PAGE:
Cheney: still wrong after all these years

Former veep, elegantly cloaked in fiction Crediting Dick Cheney for his rebuke of Donald Trump's bigotry gets no traction with me. Sorry Dick: you can’t make up for decades of reckless decisions and bad policy based on one easy moment of obvious decency. You’re still a modern architect of the very party now on the verge of nominating a racist … Continue reading Cheney: still wrong after all these years

San Francisco: Crime and Baseball

San Francisco--can you get any stranger? Spiked baseball bats chained to parking meters all over town. They appeared, 27 of them, on Thanksgiving: preparations for the Black Friday zombie shopper apocalypse? Speaking of crime, baseball, and the City by the Bay: check out Tom Pitts' Knuckleball... The whole city of San Francisco wants a cop-killer caught. Over … Continue reading San Francisco: Crime and Baseball

The Patron Saint of Juvenile Delinquents

Everyone who's grown up Catholic has a few stories to share, long or short. The good folks at The Citron Review were good enough to publish one of my really short ones: CONFIRMATION Mrs. Dever sees their faces but can’t remember what to call them. They all look alike. They all look bored. They all look … Continue reading The Patron Saint of Juvenile Delinquents

Debut San Francisco Cyber-Noir

Mark Richardson’s Hunt for the Troll (New Pulp Press) is a step up from ordinary pulp. It’s what happens to San Francisco noir when the shiny new promise of Silicon Valley comes to town, pushing back the fog to play some light in the corners. In this case, the light is more ominous than the dark. Our … Continue reading Debut San Francisco Cyber-Noir

The Blind Rooster Jumps to Paperback

Preston Lang’s The Blind Rooster (Crime Wave Press) is now more pulpy than ever before. It's recently been made available in paperback! Reading this dime-store crime tale is a lot like people-watching at the Laundromat: the major figures resemble coin-op types, people resigned to the vague indignity of paying to have their underwear tumble around in a public washer. And don’t … Continue reading The Blind Rooster Jumps to Paperback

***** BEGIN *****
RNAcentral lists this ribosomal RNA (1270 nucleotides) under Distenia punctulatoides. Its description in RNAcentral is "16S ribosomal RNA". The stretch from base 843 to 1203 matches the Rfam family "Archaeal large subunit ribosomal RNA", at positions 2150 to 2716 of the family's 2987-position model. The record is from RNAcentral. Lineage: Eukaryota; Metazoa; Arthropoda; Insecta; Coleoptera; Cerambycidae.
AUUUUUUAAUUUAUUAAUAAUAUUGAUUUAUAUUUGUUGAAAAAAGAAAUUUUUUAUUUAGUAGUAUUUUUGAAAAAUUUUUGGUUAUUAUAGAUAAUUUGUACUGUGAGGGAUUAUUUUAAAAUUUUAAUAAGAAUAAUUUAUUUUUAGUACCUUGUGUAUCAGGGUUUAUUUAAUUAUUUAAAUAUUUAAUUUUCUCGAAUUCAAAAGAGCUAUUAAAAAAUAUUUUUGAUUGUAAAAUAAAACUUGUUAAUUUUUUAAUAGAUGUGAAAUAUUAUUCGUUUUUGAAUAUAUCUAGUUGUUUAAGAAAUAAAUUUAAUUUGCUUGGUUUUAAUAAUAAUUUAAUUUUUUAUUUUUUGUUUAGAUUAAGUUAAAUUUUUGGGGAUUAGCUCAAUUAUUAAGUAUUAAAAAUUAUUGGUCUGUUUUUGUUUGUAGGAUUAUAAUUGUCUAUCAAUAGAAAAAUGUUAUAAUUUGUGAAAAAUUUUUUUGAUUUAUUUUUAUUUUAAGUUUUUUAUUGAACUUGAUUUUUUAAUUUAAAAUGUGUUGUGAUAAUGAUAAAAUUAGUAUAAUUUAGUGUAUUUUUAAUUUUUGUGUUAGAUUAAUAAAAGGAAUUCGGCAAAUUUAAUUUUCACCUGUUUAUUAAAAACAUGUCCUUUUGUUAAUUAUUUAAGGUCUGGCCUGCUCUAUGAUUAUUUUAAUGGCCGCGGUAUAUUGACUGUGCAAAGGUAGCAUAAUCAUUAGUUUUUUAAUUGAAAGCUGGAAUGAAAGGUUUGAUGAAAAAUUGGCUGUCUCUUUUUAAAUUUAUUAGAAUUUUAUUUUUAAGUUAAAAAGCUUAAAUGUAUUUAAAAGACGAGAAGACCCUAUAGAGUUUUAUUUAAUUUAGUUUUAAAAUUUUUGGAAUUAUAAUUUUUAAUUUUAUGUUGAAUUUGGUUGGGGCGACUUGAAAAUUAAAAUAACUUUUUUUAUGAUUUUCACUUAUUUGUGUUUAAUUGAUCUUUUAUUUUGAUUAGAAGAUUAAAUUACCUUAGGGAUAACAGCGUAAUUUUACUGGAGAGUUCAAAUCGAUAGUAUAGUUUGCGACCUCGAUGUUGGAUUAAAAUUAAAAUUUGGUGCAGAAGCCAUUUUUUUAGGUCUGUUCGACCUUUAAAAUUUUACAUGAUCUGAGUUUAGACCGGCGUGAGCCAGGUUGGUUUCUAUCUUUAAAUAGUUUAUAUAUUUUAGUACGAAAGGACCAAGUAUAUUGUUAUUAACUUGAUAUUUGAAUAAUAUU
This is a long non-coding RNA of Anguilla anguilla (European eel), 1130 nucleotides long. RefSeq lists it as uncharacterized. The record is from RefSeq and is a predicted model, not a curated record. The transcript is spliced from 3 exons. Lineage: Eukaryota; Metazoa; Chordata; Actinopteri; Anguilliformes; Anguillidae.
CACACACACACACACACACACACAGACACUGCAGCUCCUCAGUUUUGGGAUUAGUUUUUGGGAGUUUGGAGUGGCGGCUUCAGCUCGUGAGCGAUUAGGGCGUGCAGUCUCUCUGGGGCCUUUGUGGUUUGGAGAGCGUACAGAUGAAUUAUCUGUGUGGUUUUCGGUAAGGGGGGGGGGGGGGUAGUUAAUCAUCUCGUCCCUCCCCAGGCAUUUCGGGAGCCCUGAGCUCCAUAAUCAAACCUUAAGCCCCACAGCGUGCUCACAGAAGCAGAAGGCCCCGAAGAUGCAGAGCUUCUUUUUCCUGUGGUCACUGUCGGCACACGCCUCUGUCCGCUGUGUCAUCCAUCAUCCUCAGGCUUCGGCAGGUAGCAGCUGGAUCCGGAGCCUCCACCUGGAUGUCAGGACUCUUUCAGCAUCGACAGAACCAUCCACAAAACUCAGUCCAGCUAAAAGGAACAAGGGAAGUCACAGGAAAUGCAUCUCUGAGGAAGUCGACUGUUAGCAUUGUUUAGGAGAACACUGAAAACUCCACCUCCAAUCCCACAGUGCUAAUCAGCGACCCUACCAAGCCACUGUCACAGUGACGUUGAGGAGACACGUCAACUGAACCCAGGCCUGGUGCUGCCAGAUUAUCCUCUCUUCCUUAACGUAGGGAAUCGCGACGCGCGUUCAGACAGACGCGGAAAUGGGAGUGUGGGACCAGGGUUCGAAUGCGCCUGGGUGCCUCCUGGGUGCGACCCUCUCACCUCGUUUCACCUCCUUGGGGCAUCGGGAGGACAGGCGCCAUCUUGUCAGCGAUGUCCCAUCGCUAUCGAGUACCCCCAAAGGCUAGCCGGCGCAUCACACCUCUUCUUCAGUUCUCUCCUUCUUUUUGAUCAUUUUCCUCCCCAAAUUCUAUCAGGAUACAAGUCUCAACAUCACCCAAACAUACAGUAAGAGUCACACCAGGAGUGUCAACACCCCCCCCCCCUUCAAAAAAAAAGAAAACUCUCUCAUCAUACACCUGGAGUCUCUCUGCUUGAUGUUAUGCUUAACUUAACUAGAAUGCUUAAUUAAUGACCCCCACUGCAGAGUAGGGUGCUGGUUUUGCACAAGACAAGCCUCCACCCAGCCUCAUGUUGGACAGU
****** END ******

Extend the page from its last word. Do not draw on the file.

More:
Kingly Reads for the Throne

Eight great books to get you through those lonely moments with the fan on. Presented in no particular order—the right book will depend on your mood, and the size of the job before you. 1. The Onion Ad Nauseum This is closest to reading the old classic: an actual newspaper. It’s a little heavy to … Continue reading Kingly Reads for the Throne

Review: C.S. DeWildt’s Love You to a Pulp

C.S. DeWildt’s Love You to a Pulp packs two narratives, tight spirals driving like hammerdrills against the cranium til they breach the dark cavern beneath. You’ll know it when you get there underground with him. In the first narrative glue-nose dick Neil McGrath sniffs out a mystery involving the pharmacist’s daughter in a Podunk southern town. In the … Continue reading Review: C.S. DeWildt’s Love You to a Pulp

The Halloween Hundred

Dragons Are Dangerous Mulridge interrogated the boy, chilled by his flat voice and steady hands. Twenty years in police psychiatry, he’d never met so cold a child. “You’re a knight?” Mulridge said. “Is that dragon blood on your costume?” “I’m a knight. Knights kill dragons.” “Did you know the dragon you killed was your brother?” … Continue reading The Halloween Hundred

Better Than the Local Library

Anyone interested in reviewing books should know about Edelweiss, a free online catalog housing a seemingly endless collection of forthcoming and recently-released titles. I can tell you what Edelweiss is, and I can walk you through how I use Edelweiss to select books for review. But the best way to really understand what’s available there … Continue reading Better Than the Local Library

Writers at Rest

Taking a break from producing fiction? A couple of reads that offer ridiculous, pathetic, sad, witty, funny--fun--looks at the fiction-writer's life include The Visiting Writer, a short story from Matthew Vollmer's collection Gateway to Paradise, and Chris Belden's novel, Shriver. The Visiting Writer delivers us into the world of literary aspiration, a lament on the lack of success, a self examination, … Continue reading Writers at Rest